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The study of political violence by non-state actors has assumed a renewed importance because of the growing threat of terrorism in Australia and because of Australian participation in armed groups overseas. This subject provides an overview of why and how these actors use violence and the threat of violence to attain political goals. We follow the continuum from terror attacks by small groups to full civil wars waged by rebel insurgencies and the logic behind the steps inbetween, including the use of suicide attacks, gendering political violence, transnational mobilization of foreign fighters, media strategies, mercenary vs idealistic motivations for fighters, and approaches to counter-terrorism and counter-insurgency. We will examine the history of terrorism and insurgency globally, but will provide an emphasis on the jihadi movement of recent decades.
This subject is offered online, which provides students with great flexibility but also requires a greater commitment to participation. Asynchronous learning affords students to opportunity to listen to pre-recorded lectures at their convenience. Reading will be intensive, and students are required to post their reactions to discussion boards and to comment on other student postings weekly. In addition to a research paper on an approved topic due by the end of the final week of classes, students must also write a timed policy paper online in response to a provided topic.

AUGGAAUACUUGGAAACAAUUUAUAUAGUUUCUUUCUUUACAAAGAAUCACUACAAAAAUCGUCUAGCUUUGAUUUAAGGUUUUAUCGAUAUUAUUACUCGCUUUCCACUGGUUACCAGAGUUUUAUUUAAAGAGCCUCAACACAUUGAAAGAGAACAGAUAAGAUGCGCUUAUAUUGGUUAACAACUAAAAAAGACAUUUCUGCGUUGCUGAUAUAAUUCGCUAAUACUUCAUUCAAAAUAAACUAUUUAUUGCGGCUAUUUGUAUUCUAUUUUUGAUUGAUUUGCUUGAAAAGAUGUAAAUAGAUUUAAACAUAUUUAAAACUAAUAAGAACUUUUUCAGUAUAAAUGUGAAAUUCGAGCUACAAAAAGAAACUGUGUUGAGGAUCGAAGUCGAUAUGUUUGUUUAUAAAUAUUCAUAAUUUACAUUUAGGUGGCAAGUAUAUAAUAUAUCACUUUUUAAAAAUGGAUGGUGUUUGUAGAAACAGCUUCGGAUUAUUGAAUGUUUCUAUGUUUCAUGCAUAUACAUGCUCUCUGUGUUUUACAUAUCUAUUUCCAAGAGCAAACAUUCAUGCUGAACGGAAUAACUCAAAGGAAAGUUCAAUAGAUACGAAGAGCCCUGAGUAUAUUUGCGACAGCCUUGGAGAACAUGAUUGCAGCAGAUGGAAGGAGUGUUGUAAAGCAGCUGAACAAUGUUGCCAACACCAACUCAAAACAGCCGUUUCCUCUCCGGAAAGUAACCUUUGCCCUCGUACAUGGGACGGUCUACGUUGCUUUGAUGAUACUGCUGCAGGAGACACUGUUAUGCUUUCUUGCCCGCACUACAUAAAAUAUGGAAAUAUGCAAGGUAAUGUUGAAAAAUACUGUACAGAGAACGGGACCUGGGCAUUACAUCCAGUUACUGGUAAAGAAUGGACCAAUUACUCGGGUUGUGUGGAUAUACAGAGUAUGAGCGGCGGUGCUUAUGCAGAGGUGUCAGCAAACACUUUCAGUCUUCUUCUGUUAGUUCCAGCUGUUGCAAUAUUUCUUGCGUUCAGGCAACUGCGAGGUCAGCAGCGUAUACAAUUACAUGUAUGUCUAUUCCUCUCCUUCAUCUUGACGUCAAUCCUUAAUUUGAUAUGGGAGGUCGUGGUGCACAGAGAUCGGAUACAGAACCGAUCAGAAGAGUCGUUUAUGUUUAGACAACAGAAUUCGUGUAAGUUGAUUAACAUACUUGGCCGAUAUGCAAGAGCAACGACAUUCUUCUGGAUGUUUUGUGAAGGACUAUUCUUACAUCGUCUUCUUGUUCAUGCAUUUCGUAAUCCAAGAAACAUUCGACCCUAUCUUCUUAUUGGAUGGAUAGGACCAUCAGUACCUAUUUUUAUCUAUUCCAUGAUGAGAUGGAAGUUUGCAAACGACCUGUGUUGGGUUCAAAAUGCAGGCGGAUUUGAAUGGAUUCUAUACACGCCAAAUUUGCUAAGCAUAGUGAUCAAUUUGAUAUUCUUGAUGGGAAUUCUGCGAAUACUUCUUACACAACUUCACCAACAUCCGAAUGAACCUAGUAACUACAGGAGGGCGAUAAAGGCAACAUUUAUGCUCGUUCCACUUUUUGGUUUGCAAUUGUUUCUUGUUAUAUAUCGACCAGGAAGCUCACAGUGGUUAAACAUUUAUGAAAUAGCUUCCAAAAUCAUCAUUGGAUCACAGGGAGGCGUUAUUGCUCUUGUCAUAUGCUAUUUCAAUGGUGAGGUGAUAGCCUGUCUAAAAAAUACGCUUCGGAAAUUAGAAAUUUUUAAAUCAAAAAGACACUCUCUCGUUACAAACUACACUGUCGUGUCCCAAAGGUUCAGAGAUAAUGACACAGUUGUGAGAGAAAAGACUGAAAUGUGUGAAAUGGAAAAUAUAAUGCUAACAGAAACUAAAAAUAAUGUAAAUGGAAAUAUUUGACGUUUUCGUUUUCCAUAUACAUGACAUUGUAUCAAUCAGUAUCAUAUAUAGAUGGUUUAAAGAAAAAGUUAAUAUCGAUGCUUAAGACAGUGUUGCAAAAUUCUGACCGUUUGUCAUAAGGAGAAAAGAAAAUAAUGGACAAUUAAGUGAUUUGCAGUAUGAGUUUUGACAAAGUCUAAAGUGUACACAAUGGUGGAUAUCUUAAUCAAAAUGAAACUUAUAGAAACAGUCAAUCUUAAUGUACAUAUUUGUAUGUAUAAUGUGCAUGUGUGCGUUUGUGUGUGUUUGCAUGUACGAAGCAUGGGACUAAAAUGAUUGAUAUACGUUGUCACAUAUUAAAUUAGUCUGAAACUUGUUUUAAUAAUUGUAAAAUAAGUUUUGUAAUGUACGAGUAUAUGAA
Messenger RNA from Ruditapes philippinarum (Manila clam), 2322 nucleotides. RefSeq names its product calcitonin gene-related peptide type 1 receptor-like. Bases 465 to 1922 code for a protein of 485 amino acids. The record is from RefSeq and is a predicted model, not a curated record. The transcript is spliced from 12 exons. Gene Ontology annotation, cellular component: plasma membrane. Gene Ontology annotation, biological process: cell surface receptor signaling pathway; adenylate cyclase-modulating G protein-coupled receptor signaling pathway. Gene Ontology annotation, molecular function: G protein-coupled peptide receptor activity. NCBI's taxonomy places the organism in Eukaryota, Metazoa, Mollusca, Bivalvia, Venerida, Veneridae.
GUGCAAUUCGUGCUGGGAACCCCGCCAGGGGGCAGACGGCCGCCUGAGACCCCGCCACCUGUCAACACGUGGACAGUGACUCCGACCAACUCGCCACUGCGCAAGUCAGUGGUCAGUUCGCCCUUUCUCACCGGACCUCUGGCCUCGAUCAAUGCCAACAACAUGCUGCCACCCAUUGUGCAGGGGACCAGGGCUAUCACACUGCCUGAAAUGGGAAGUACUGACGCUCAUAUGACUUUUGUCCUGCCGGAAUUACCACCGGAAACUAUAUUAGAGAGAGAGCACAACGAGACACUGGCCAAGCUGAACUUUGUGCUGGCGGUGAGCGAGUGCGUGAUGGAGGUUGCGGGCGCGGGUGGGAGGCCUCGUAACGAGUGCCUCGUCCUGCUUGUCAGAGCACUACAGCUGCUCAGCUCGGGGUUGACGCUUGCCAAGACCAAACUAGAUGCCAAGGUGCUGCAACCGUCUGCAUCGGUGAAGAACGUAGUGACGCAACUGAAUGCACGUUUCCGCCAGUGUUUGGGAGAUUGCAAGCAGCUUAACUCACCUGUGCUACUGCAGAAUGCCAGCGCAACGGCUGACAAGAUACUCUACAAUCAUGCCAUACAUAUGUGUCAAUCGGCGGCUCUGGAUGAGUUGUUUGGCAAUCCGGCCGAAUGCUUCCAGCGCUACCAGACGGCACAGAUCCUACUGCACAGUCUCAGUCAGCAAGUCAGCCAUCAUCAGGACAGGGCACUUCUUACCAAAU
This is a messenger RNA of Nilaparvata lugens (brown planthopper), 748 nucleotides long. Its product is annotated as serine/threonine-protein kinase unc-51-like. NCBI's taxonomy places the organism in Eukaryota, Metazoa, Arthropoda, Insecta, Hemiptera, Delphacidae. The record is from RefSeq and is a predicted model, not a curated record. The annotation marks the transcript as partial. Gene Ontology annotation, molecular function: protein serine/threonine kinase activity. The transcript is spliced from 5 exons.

Intended learning outcomes
On successful completion of this subject, students should be able to:
- articulate the different characteristics of terrorists and insurgents and the continuum between the types of activity; and
- explain the strategies behind terror attacks and implications for counter-terrorism; and
- evaluate competing theories of insurgency mobilisation and activity and implications for counter-insurgency; and
- develop skills in analysing contemporary security policy, and preparing policy advice.
Student who successfully complete this subject should:
- apply theory to analyse current events; and
- write analytic documents for policy consumers in limited time frames; and
- evaluate claims by competing theories and analytic frameworks for greatest explanatory power.
Last updated: 16 March 2020